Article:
experience. It’s cool. Aces are a cool group of a lot of people, and I really
like it. I wish more people thought about that before talking about us the way
they do.

What advice would you give to any asexual individuals
out there who might be struggling with their orientation?

Really, whether or
not you’re Ace is something only you can discover. But if you stay away from
people who will try and influence you and just explore your identity, it can
help you get into touch with how you feel about people. Don’t let people tell
you who you are; only you get a say in that.

Finally, where can people find out more about your
work?

My writing is over
at Sarkshine on Wattpad,
and my artwork can be found at sarkiesark
and at fantrolbs as well as Sarkshine on DA.

Thank you, Sark, for participating in this interview and this project. It’s very much appreciated.

Interview: Jennifer Lee Rossman

Today we’re joined by Jennifer Lee Rossman. Jennifer is a phenomenal author who also does cross stitch. For writing, Jennifer writes science fiction and fantasy. She has written stories for various anthologies and just recently released her debut novella entitled Anachronism, published through Kristell Ink. When she’s not writing, Jennifer enjoys cross stitching and comes up with her own patterns. It’s clear she’s a passionate and dedicated artist who loves what she does, as you’ll soon read. My thanks to her for taking the time to participate in this interview.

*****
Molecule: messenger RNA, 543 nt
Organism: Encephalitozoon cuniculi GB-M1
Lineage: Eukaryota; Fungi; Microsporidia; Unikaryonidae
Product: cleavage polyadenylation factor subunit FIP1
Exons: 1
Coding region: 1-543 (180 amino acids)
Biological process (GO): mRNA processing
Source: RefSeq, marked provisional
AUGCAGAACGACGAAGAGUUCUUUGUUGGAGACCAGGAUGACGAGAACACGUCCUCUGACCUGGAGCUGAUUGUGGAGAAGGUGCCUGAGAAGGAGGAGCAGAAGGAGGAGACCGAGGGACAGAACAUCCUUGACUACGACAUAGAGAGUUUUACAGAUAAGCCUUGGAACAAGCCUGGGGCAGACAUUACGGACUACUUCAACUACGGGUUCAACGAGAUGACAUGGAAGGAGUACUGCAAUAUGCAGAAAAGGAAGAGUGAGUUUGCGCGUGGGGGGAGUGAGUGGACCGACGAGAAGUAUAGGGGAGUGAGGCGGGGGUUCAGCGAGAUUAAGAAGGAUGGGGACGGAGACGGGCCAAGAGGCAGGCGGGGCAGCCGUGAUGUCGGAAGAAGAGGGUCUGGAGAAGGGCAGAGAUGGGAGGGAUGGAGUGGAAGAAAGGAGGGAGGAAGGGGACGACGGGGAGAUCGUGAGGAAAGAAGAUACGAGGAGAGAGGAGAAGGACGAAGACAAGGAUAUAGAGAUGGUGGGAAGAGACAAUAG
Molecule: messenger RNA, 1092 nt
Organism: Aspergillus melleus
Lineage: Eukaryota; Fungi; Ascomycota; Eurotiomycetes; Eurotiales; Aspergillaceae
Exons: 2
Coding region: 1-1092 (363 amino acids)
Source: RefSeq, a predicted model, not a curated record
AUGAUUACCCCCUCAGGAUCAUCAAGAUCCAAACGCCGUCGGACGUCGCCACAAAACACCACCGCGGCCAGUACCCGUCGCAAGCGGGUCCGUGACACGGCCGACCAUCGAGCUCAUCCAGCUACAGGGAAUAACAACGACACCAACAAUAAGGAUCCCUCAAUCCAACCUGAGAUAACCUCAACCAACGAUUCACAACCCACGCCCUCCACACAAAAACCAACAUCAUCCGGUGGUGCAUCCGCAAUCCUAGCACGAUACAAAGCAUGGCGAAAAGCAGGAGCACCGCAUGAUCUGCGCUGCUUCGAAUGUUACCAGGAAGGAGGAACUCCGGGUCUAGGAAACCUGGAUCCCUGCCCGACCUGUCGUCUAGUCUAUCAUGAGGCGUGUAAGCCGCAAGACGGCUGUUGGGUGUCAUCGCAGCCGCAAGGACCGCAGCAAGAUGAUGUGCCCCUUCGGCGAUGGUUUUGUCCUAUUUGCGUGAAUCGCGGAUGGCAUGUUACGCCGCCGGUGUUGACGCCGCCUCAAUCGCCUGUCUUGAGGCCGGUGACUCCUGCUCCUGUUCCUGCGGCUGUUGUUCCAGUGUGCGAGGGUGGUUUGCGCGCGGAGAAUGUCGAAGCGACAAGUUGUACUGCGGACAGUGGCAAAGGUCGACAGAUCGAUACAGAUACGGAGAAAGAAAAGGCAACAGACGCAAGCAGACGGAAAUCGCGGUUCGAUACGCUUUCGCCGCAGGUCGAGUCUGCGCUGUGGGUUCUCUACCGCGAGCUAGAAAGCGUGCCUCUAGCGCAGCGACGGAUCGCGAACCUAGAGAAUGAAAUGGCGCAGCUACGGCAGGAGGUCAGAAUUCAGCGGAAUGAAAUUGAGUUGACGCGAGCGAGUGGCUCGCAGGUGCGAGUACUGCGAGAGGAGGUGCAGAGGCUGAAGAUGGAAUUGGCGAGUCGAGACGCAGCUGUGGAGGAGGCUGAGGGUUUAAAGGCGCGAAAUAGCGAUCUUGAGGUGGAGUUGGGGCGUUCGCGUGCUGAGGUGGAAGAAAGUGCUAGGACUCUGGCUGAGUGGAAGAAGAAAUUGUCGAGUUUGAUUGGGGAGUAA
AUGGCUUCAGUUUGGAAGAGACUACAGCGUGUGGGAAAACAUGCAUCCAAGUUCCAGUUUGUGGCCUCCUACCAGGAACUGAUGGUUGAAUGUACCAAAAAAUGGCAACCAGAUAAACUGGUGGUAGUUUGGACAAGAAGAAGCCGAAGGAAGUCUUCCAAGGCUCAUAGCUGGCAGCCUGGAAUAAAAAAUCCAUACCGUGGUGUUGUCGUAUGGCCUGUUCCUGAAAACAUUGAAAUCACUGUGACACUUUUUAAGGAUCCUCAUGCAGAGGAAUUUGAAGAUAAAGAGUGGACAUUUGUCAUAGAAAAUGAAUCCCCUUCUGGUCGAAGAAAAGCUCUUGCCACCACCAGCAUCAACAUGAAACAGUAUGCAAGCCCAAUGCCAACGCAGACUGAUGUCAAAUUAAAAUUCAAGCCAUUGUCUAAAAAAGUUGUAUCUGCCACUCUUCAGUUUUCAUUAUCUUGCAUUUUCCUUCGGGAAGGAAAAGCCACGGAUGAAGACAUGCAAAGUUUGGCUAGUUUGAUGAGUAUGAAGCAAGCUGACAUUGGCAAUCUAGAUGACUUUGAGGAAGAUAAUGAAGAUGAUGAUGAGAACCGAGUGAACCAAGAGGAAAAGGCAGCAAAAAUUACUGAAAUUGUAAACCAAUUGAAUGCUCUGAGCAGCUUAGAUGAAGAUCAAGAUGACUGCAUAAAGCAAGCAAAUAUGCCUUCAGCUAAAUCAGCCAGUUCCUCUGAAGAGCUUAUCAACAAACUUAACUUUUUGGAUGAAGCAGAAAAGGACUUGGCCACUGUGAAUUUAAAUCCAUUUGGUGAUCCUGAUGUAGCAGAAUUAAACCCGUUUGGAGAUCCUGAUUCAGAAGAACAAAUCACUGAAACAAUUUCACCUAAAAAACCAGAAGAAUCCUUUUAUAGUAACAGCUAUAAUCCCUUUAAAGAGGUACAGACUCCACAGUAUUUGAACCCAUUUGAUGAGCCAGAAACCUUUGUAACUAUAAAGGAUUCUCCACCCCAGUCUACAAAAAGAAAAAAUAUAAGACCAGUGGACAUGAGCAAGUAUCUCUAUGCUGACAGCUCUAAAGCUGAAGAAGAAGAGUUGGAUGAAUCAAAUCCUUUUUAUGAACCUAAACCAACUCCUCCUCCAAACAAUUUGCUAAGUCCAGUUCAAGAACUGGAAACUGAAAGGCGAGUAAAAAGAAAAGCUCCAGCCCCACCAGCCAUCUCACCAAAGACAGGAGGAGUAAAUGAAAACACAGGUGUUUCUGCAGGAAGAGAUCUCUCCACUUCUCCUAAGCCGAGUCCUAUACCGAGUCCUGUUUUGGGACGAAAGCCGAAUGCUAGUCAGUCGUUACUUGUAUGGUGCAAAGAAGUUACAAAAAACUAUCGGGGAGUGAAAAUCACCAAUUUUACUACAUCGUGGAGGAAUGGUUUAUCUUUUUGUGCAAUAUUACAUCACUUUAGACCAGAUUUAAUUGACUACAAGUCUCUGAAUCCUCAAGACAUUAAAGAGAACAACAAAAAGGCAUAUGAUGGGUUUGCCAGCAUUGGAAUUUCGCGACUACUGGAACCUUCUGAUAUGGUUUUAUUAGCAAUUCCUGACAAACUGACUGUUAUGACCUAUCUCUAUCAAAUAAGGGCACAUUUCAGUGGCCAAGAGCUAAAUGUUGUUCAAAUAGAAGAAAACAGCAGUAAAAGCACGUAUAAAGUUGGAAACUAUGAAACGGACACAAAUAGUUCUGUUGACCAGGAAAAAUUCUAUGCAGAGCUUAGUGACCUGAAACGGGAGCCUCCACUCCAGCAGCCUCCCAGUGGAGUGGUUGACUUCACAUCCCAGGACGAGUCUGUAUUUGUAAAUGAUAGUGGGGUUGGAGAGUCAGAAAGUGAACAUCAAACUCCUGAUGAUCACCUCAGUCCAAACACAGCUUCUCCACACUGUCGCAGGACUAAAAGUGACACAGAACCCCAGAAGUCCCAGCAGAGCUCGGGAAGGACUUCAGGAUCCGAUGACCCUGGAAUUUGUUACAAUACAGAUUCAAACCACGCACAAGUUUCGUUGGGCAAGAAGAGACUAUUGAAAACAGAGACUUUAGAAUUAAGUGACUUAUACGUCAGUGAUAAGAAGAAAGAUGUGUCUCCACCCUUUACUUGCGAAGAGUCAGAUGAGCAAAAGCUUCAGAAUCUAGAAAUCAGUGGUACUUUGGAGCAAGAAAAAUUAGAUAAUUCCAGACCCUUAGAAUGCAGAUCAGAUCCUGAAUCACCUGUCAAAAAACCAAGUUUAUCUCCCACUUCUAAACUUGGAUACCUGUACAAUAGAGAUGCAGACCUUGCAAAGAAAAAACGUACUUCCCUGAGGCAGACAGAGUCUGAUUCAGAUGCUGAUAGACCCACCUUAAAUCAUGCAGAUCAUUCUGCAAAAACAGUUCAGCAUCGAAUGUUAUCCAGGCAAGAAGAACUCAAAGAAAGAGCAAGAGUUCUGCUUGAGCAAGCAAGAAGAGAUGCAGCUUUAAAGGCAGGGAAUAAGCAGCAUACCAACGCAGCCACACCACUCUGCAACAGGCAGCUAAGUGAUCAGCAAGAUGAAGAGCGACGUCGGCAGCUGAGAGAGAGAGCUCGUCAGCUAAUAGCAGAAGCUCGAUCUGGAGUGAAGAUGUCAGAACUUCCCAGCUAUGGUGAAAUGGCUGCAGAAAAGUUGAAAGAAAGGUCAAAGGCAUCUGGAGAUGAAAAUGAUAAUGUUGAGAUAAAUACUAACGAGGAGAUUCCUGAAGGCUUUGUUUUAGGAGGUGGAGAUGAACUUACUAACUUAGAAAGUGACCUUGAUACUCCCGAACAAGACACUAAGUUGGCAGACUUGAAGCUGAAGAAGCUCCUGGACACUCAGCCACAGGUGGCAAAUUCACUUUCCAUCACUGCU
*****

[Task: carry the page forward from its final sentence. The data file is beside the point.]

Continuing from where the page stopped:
WORK

Please, tell us about
your art.

I’m a sci-fi and fantasy writer. I’ve had stories in several
anthologies and my debut novella, Anachronism,
was published this year by Kristell Ink, an imprint of Grimbold Books.

I write weird little stories that make people happy (or at
least cry while smiling) and hopefully make them see the world from another
angle. Violence and swearing levels vary from story to story, but there’s never
anything too gory and swearing is usually limited. Sex is a part of life for a
lot of people, so while it might be mentioned as part of the story, I will
never show anything more than a kiss on the page. (I don’t write anything I
wouldn’t want my grandmother reading.)

My goal is for my words to be a safe space no matter your
gender, orientation, ability, race, or body type.

I also cross stitch. I make all of my own patterns, mostly
dinosaurs and nerd stuff.

What inspires you?

Weird science facts and song lyrics, mostly.

What got you interested
in your field?  Have you always wanted to
be an artist?

I’ve been writing since I could hold a crayon, but only got
serious about it when I realized my disability was going to make having a
traditional job impossible.

Cross stitch was a natural path for me to take: I love